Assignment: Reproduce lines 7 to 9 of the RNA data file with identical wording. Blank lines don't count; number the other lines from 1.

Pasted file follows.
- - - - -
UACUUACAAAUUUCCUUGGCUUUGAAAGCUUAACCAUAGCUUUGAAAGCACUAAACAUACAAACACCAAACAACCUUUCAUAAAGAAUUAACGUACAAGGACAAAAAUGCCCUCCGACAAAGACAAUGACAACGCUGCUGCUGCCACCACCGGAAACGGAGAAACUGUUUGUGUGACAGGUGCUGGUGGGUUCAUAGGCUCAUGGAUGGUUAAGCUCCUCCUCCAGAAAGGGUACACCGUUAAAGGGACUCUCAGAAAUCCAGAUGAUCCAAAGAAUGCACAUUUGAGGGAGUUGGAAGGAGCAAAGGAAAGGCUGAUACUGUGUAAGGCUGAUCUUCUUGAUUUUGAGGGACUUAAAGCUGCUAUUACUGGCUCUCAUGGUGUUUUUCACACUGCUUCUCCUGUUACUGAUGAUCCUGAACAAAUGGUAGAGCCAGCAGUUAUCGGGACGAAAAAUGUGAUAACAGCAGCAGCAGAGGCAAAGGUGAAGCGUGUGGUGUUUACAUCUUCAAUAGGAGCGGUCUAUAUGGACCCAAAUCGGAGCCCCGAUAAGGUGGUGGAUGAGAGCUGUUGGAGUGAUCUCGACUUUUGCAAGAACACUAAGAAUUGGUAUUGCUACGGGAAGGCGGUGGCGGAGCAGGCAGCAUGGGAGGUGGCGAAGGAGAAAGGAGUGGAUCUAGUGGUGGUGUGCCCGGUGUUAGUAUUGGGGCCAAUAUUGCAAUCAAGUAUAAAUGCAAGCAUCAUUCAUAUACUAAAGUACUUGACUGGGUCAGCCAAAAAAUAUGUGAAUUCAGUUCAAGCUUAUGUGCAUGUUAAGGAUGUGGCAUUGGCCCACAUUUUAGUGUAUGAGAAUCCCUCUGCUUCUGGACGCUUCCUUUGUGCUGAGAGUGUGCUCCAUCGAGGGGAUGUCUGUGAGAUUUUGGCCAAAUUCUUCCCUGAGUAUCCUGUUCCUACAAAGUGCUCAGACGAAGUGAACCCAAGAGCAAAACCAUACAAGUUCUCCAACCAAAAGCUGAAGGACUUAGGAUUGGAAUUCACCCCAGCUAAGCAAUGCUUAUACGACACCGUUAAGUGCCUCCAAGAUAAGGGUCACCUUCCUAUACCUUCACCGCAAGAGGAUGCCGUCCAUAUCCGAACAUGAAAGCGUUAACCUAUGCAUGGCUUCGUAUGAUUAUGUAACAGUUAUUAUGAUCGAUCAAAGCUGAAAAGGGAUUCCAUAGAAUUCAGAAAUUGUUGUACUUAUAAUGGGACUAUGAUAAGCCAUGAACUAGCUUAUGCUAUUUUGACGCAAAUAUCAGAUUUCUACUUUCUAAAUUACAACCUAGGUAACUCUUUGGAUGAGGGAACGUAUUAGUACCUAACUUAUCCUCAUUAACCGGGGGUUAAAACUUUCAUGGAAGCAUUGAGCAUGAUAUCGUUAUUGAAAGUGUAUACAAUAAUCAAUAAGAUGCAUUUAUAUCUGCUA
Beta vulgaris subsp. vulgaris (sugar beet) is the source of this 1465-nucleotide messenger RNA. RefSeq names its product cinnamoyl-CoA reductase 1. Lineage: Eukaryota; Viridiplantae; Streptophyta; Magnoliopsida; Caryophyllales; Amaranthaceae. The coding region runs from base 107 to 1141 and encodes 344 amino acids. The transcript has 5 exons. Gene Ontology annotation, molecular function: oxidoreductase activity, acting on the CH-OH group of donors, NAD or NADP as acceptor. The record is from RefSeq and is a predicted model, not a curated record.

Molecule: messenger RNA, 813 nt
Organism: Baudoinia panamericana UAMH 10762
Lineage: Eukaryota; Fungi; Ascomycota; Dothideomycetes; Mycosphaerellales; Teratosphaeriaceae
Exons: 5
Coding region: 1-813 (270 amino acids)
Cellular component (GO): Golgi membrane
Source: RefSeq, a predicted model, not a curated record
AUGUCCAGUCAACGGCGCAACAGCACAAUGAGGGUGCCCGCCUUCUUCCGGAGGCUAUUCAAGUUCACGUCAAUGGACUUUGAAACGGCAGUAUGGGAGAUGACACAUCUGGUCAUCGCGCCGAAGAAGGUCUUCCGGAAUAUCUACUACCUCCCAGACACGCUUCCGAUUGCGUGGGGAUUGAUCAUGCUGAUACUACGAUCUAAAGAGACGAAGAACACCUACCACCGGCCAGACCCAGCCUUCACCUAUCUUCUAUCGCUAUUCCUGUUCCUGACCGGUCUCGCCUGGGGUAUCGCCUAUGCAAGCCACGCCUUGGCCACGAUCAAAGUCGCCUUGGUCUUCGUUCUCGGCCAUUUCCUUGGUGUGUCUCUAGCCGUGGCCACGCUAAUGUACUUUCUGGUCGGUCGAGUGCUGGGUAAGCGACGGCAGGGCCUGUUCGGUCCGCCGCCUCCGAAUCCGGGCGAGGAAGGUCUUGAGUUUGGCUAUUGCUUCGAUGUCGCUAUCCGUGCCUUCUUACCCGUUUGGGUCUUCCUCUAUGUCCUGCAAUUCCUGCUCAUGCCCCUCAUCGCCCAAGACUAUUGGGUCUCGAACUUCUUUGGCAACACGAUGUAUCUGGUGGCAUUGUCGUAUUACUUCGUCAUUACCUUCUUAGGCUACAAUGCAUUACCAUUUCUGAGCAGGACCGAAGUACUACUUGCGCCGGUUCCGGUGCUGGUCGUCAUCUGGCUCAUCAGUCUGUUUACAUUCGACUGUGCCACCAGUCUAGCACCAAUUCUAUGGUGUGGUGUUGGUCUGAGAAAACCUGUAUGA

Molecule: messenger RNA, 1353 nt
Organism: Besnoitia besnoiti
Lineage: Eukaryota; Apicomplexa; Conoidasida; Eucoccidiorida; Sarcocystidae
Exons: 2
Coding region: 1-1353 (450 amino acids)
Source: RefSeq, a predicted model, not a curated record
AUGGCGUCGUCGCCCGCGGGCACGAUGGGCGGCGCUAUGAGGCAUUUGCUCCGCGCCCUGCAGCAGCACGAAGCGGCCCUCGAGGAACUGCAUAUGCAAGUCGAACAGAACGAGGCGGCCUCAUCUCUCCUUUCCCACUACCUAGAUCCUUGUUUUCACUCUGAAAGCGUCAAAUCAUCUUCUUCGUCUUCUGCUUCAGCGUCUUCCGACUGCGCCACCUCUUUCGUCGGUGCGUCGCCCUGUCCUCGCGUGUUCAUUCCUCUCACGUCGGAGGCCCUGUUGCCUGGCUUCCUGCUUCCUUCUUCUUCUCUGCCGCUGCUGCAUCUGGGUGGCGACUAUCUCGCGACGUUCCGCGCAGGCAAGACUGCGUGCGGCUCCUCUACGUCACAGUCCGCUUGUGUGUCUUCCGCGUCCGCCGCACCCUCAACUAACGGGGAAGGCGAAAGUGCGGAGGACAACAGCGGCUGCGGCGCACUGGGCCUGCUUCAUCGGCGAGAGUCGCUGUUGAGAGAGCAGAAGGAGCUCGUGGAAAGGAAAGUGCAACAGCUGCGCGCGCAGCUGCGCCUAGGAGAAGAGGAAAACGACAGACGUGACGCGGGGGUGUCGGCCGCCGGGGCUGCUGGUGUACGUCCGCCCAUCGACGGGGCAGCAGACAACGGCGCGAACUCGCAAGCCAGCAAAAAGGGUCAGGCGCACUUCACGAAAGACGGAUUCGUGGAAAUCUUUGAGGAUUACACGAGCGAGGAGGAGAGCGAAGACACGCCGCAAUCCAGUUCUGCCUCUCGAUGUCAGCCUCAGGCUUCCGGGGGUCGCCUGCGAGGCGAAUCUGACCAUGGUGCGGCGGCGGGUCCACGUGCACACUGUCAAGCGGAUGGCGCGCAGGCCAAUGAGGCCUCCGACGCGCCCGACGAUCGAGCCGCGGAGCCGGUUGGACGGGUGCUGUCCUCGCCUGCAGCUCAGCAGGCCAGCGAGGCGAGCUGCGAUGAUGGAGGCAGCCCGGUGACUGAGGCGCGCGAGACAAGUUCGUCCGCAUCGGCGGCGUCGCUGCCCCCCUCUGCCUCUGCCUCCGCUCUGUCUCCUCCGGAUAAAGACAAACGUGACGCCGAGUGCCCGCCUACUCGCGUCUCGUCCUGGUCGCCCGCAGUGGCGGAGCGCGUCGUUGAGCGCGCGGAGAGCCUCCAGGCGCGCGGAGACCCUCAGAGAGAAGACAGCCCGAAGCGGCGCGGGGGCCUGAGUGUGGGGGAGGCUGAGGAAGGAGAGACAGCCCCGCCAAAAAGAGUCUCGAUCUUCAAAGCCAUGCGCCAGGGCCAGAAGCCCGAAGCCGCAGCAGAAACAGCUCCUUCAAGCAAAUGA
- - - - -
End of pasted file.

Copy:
Coding region: 1-813 (270 amino acids)
Cellular component (GO): Golgi membrane
Source: RefSeq, a predicted model, not a curated record